My brain chemistry is off balance, so my serotonin levels are lower in my brain than others. If I go out, there is a chance that I could have a panic attack. My appetite is low because my stress levels are high. I eat so much comfort food, not only because it tastes good but also because it’s proven to increase my serotonin levels so it feels good too. 

What We Can Do 
So you’ve taken the leap to get help, you’re in progress, and your finding out slowly that not everyone wants to talk about it. Family doesn’t understand, and friends are quiet when you talk about your experience in therapy. Here’s what you can do to help. 

1. Ask your friends to read up on depression.
Give them one of the links at the bottom of this blog. 

2. Explain it to them yourself.
If you can expend the energy, teaching your friends and family about depression can help both of you. It will help reinforce that this isn’t who you are, this is just the symptoms (manageable symptoms) of your depression. The more you teach others, the easier it is to say, “This isn’t who I am, I am not my depression.” It will help them realize depression is not a switch you can turn off or on.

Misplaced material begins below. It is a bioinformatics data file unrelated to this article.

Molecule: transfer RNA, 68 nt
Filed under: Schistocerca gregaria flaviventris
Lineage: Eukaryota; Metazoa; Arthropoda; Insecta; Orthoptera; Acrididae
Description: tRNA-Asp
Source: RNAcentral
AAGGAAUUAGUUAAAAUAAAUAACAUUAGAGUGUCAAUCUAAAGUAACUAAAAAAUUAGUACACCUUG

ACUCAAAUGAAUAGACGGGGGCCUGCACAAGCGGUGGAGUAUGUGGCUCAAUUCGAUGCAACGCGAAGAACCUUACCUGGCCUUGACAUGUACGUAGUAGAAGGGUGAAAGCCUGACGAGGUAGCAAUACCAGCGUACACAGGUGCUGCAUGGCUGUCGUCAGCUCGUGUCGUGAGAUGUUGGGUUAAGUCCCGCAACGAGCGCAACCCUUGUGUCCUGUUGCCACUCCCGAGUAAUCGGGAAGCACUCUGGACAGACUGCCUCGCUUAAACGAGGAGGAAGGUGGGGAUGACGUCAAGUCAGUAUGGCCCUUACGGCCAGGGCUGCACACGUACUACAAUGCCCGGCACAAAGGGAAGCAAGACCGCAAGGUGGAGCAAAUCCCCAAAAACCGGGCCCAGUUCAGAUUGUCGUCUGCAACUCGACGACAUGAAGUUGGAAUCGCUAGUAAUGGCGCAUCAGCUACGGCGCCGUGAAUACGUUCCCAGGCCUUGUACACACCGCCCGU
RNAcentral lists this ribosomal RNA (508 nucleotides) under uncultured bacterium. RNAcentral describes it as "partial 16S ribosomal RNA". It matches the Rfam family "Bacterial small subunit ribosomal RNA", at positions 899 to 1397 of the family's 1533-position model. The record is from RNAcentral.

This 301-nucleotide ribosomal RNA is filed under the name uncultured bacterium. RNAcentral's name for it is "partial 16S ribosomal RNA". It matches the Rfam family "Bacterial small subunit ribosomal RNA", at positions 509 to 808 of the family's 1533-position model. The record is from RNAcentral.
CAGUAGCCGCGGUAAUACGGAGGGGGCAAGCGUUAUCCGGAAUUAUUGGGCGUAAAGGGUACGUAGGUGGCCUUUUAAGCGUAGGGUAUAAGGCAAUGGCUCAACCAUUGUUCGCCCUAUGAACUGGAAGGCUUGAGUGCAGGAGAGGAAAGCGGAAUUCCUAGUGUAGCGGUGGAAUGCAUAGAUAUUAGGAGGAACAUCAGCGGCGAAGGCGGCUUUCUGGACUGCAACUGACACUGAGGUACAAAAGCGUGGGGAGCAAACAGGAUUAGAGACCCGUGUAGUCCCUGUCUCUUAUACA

3. Bring your friend or family to a therapy session. 
Bringing your friend or family member to a therapy session will validate your feelings. With a therapist, a credible professional, there to explain to them as the session goes on, you’re able to help your friend or family member understand that this is a serious medical illness that takes extensive treatment just like any other major illness. Again, it’s all about that validation.

Once you’ve educated those around you, you can be yourself! You don’t have to keep things a secret. You can be over it like Mary Lambert. You don’t have to feel shame for how your depression has effected you. People will understand when you don’t want to leave the house, but still encourage you. They can help you monitor your diet, they can even help bring your back to reality when you have panic attacks or crying spells. 

As always, you can inbox me for any questions or advice! Here are some links to help educate your network of support.

General Information

For Friends

For Yourself

For Family

For The Record